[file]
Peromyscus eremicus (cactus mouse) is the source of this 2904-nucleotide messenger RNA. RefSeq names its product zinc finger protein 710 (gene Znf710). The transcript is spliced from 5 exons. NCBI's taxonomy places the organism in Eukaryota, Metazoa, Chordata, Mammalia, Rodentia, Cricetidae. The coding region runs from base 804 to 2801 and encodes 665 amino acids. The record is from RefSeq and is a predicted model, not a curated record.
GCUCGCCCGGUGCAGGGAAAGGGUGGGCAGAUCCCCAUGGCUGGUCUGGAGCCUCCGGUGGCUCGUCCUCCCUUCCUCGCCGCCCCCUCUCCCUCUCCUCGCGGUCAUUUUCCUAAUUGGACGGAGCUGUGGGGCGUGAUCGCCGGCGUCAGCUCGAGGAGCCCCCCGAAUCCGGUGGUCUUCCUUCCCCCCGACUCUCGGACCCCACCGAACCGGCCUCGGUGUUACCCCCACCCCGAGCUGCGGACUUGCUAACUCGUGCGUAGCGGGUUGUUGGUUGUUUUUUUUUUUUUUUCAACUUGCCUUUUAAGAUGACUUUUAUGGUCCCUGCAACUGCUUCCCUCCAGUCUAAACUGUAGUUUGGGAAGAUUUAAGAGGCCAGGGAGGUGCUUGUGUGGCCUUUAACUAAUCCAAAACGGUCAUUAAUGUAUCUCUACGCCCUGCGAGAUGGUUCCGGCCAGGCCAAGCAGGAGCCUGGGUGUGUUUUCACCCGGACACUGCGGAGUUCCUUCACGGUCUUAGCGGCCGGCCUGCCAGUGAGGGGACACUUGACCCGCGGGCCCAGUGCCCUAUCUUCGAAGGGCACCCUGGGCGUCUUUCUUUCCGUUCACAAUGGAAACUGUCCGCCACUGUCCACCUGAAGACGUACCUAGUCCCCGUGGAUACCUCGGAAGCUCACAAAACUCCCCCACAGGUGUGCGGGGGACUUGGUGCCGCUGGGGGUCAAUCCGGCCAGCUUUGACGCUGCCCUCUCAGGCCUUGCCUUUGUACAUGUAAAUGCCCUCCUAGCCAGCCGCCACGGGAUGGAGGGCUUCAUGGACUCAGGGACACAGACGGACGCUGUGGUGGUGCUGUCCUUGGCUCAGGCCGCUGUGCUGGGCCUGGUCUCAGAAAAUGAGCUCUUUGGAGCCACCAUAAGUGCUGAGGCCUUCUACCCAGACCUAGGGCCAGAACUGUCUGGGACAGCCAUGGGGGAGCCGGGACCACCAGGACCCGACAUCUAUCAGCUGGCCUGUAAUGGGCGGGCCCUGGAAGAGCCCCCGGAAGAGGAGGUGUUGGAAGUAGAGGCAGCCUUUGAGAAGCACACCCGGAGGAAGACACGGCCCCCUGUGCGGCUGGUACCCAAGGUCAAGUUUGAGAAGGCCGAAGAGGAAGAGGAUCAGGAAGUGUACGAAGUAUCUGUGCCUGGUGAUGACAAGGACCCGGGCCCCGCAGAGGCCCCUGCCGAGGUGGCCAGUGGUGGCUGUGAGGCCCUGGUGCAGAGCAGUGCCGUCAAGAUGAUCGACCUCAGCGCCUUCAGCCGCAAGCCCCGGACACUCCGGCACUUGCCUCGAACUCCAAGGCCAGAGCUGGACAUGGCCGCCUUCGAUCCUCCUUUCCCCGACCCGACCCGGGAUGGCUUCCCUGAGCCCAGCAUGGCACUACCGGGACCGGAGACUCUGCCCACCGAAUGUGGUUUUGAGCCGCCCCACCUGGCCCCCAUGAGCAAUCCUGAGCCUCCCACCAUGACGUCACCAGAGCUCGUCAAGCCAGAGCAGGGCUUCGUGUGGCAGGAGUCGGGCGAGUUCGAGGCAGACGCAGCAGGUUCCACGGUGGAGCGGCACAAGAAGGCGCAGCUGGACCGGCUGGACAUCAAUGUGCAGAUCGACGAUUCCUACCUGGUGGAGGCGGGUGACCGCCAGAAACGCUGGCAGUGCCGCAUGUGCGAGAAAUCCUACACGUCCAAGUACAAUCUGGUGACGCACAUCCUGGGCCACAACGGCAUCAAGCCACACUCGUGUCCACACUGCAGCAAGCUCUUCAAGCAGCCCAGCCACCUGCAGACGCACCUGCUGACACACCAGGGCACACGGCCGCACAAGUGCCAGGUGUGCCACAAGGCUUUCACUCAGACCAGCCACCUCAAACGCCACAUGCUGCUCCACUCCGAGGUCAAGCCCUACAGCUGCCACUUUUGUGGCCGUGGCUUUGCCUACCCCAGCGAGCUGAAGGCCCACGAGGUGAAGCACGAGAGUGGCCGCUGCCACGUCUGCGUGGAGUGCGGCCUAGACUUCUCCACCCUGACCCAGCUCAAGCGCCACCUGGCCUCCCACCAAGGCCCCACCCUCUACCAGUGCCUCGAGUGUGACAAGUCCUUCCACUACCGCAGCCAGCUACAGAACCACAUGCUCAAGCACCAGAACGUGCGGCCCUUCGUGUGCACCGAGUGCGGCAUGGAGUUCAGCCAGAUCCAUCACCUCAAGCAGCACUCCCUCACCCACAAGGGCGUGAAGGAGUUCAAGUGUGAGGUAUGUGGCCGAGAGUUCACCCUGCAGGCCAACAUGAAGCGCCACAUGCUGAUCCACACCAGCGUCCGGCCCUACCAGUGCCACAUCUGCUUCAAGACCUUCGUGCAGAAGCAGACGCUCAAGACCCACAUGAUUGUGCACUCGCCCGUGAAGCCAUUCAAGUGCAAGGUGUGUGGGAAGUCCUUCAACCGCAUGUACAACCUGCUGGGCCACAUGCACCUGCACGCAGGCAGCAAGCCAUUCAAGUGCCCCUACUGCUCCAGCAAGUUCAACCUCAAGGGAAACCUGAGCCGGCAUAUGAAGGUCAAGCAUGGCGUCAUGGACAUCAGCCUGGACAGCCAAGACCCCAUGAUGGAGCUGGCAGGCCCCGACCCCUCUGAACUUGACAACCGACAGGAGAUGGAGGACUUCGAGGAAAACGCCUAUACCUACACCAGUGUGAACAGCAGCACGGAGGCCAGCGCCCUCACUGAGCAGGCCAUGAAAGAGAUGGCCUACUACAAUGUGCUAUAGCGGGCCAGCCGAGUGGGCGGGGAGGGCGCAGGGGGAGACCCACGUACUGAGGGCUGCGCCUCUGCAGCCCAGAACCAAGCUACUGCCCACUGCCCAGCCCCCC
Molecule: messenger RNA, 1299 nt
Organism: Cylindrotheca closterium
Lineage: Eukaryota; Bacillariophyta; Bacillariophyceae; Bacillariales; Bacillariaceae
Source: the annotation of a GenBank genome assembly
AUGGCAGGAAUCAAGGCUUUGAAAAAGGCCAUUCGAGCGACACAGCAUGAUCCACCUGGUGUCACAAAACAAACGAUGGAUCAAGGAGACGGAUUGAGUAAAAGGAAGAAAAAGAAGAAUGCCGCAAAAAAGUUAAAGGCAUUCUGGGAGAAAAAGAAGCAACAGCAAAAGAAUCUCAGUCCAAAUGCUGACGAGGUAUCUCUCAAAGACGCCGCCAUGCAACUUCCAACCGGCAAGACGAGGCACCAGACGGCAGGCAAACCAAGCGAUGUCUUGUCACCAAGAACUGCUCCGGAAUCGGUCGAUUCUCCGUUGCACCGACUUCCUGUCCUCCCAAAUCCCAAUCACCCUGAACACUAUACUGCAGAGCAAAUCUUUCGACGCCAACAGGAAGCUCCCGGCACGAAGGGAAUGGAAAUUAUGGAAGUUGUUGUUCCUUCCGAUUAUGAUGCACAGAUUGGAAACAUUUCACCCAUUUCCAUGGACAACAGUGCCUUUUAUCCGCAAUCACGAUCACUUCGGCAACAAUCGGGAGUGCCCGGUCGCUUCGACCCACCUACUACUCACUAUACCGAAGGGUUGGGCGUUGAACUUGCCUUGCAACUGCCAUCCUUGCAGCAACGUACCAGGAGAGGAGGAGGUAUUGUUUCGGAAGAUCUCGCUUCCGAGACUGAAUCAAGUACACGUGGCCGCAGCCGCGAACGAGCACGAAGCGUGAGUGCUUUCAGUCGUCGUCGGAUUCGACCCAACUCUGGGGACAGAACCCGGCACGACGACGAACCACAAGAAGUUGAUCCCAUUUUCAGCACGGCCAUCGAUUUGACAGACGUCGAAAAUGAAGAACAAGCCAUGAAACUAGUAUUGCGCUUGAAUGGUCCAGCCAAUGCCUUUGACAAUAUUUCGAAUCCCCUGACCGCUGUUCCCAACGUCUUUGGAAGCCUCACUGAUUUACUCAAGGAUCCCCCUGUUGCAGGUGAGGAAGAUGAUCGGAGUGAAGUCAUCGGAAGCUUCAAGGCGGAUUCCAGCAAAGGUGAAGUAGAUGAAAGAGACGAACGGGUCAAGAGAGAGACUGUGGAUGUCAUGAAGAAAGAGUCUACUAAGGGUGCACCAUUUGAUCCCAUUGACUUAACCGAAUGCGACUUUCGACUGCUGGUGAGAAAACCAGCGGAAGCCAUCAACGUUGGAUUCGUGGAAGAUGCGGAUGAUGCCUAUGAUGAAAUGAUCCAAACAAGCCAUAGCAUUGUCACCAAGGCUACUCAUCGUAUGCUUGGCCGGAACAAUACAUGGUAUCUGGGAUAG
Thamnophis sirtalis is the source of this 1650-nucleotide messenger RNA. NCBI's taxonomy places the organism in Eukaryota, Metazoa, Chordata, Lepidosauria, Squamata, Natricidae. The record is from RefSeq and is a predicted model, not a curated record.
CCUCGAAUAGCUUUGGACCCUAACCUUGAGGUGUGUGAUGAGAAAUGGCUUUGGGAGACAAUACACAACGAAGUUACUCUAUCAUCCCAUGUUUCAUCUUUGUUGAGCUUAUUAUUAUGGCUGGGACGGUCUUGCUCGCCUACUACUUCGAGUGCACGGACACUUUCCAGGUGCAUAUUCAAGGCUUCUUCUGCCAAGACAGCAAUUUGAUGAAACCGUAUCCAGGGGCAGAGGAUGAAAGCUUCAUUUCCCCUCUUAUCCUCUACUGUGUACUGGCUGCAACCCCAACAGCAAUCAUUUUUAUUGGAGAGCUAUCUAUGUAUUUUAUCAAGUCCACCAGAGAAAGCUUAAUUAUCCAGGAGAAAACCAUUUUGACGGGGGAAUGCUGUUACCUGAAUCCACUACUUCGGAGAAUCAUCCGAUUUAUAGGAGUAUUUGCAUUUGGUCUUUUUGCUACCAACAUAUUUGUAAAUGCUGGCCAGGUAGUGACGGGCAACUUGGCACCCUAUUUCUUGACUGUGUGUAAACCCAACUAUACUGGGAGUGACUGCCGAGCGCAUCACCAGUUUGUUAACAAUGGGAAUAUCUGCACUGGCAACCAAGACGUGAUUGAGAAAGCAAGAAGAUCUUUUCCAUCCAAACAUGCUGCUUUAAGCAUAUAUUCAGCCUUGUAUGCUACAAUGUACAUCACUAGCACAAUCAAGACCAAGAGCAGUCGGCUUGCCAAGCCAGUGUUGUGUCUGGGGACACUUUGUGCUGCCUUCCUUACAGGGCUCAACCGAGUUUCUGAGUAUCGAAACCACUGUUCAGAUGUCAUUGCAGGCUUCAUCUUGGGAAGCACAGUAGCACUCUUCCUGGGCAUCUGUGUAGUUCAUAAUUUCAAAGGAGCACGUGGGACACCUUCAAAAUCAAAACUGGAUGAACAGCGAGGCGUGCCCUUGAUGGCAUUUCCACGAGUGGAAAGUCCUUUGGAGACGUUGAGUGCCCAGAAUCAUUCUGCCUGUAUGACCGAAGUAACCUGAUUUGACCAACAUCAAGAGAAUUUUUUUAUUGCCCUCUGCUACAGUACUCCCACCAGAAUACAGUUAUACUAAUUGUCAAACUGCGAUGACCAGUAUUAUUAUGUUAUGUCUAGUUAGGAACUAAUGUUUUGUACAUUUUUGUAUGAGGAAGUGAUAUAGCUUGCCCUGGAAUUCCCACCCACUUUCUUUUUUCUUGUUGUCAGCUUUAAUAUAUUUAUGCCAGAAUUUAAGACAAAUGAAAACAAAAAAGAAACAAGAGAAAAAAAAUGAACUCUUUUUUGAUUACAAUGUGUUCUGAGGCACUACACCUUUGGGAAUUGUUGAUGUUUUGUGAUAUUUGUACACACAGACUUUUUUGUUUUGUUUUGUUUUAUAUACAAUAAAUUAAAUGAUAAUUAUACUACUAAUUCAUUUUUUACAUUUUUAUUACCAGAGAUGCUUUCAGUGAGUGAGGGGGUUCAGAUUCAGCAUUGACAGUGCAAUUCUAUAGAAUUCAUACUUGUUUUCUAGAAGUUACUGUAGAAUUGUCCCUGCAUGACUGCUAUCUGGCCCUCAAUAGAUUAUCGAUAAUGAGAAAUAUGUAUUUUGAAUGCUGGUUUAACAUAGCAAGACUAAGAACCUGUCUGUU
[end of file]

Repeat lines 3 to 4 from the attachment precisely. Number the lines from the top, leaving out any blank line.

Molecule: messenger RNA, 1299 nt
Organism: Cylindrotheca closterium